Analyzing California Propositions

Less than a month is left until the November elections, where Republicans and Democrats will compete – as they have done for more than a century – for the votes of the American people. In the state of California, however, something more will happen. Californians will be voting on a series of propositions which will directly influence the state’s policy (the famed and much-criticized proposition system).

Propositions can be confusing – sometimes intentionally so. Thus in the next few posts, I will be analyzing what each proposition means for the state of California. This will be followed by a newspaper-style editorial; whether to vote “yes” or “no” on each proposition.

I will not touch upon propositions that have been heavily covered by the media; things such as Proposition 19 (the legalization of marijuana), for instance. The purpose of these posts is to inform the public about little-known but very important propositions. Everybody knows about Proposition 23 (which suspends the “Global Warming Solutions Act”), but very few people have probably heard about Proposition 25 – which makes passing budgets easier, and which will influence California’s future far more than what happens to marijuana.

These posts will be short and to the point; there will not be multiple posts covering one proposition, for instance. This has been something I have previously promised and failed to do. Fortunately covering propositions does not require pictures, and so hopefully the posts will be kept simple and readable.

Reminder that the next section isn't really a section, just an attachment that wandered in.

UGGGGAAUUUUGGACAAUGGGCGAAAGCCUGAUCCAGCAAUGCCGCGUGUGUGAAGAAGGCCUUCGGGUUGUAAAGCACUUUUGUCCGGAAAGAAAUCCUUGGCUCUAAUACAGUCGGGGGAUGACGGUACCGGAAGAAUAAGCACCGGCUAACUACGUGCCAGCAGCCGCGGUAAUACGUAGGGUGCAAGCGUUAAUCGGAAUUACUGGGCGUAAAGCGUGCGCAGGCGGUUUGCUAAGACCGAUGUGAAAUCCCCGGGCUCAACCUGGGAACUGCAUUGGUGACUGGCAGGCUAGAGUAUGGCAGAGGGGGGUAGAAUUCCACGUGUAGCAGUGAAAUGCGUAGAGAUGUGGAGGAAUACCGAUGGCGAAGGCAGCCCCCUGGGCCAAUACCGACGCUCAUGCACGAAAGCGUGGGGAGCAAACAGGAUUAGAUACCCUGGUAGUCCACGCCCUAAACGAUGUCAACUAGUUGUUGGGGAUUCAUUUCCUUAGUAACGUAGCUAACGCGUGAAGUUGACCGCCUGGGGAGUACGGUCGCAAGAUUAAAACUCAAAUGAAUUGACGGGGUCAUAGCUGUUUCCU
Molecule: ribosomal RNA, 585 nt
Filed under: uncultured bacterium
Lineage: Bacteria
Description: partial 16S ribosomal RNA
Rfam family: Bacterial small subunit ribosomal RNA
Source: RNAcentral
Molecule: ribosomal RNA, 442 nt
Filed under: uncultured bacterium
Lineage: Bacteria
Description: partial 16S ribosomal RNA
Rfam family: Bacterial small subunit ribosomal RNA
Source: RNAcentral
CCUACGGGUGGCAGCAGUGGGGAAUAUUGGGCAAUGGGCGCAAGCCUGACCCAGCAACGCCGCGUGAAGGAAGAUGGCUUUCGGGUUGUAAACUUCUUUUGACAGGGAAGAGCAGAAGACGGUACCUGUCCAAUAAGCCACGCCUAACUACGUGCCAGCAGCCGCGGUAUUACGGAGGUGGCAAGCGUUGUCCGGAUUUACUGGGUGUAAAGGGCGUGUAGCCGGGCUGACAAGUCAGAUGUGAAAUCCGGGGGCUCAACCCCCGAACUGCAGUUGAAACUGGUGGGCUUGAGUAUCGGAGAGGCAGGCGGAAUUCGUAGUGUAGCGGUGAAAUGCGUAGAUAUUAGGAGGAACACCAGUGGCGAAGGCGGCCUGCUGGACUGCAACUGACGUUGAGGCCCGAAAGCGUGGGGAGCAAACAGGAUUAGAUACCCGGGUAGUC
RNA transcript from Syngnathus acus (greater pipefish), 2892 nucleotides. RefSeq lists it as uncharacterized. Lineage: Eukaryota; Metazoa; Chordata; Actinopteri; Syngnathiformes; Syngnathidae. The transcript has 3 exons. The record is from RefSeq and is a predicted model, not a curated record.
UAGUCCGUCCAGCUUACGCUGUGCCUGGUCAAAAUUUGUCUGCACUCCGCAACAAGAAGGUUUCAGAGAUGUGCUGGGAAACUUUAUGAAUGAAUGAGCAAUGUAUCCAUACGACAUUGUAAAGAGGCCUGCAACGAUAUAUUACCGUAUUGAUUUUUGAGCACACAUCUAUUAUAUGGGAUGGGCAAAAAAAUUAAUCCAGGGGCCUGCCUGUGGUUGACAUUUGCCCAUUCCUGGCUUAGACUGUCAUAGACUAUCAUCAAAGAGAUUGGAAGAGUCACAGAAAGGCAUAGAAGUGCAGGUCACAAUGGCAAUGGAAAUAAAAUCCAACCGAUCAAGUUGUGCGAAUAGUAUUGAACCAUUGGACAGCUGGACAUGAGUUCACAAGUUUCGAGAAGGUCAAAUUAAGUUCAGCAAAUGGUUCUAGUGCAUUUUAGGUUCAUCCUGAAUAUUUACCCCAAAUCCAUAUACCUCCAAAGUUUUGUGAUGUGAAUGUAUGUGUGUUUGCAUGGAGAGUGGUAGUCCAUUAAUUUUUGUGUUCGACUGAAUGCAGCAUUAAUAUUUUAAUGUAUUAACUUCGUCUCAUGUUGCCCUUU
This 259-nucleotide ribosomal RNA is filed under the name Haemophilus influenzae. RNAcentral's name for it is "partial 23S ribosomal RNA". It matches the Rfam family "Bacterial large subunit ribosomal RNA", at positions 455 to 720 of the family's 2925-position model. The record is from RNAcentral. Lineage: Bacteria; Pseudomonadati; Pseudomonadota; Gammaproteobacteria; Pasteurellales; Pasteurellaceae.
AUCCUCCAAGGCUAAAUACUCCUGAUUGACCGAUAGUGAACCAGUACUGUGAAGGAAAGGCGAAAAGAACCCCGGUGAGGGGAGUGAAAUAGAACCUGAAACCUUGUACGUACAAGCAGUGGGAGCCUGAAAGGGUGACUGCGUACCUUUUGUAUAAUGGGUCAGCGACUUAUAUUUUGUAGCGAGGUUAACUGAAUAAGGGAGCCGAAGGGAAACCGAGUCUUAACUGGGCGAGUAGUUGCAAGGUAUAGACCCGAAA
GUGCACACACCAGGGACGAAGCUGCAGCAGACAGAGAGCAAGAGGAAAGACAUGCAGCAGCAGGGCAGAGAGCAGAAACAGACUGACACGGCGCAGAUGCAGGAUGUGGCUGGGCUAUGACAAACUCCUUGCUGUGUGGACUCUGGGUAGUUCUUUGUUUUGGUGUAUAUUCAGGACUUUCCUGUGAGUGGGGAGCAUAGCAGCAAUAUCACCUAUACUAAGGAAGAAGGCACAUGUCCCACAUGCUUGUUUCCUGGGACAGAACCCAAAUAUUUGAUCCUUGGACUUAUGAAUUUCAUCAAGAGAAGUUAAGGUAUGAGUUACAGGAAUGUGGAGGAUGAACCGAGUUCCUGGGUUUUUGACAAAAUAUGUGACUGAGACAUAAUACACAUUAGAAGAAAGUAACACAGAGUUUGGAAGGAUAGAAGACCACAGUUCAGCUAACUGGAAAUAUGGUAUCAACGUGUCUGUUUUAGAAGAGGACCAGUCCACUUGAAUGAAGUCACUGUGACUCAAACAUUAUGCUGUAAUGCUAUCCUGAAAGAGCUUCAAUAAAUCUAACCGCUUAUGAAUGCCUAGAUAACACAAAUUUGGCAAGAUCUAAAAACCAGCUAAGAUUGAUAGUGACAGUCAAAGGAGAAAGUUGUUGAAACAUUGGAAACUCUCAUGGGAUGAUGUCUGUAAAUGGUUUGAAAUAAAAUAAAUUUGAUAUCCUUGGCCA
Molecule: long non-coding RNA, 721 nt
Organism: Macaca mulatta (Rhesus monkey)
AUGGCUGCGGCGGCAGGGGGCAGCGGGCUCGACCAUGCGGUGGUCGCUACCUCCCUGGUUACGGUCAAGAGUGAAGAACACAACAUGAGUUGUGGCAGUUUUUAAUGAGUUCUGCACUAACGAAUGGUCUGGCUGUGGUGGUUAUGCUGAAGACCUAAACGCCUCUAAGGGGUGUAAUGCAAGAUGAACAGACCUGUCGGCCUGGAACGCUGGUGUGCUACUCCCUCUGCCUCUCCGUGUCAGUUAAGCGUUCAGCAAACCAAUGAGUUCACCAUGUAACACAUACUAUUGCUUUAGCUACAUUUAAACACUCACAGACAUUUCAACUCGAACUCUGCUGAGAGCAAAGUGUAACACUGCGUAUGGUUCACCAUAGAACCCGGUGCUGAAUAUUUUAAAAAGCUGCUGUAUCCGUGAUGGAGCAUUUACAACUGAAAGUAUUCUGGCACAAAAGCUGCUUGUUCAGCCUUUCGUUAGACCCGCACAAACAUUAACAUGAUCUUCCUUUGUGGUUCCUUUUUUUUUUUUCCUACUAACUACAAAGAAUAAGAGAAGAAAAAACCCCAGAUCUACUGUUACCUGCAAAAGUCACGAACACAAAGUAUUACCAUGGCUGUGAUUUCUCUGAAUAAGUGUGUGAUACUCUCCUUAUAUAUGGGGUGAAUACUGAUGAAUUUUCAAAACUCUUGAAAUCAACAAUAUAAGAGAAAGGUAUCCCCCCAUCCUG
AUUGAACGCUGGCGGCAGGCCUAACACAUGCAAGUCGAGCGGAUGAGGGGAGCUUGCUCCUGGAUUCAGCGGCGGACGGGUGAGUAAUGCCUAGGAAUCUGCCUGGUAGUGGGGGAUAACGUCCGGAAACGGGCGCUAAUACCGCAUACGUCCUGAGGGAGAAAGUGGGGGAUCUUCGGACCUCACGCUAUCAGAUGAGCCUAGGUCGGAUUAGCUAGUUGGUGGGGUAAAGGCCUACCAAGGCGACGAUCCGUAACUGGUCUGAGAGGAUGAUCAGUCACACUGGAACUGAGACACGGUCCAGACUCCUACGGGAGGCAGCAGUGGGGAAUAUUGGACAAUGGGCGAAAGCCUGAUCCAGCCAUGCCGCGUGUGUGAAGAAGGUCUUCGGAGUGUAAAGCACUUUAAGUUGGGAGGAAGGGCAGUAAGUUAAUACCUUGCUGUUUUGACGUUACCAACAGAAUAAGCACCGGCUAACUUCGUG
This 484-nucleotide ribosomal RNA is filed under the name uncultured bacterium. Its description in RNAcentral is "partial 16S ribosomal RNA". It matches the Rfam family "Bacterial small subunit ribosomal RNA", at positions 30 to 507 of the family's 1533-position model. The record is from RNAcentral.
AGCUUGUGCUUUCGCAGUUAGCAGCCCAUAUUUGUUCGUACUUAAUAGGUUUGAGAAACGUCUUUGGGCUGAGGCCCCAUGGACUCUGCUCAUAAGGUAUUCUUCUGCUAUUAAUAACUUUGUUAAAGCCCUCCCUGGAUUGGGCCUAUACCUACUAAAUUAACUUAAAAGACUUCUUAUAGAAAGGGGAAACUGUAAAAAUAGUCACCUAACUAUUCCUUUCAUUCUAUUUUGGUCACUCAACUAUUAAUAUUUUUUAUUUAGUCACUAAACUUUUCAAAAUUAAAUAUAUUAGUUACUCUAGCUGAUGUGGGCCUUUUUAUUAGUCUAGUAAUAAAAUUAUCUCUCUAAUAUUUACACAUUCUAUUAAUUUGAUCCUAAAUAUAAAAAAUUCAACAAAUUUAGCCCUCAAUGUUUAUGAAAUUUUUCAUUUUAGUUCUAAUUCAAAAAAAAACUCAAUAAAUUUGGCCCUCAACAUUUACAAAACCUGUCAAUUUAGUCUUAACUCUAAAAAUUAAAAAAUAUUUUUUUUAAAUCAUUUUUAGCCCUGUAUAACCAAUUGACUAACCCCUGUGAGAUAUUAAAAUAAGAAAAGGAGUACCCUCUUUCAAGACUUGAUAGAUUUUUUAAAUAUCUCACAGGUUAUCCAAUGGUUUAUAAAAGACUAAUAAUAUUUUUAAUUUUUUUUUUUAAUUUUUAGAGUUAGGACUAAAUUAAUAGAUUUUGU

The next post in this series will start with Proposition 20, which puts congressional redistricting from the hands of the legislature into a citizen’s committee.

A full list of proposition editorials is below:

No on Proposition 27: Redistricting of State Districts

No on Proposition 26: Supermajority to Pass Fees

Yes on Proposition 25: Majority Vote to Pass a Budget

No on Proposition 24: Repeal of Corporate Tax Breaks

No on Proposition 22: State Borrowing From Local Government Funds

No on Proposition 21: State Parks

Yes on Proposition 20: Redistricting of Congressional Districts

This entry was posted in California, Politics and tagged , , , , . Bookmark the permalink.

Leave a Reply

Fill in your details below or click an icon to log in: Logo

You are commenting using your account. Log Out / Change )

Twitter picture

You are commenting using your Twitter account. Log Out / Change )

Facebook photo

You are commenting using your Facebook account. Log Out / Change )

Google+ photo

You are commenting using your Google+ account. Log Out / Change )

Connecting to %s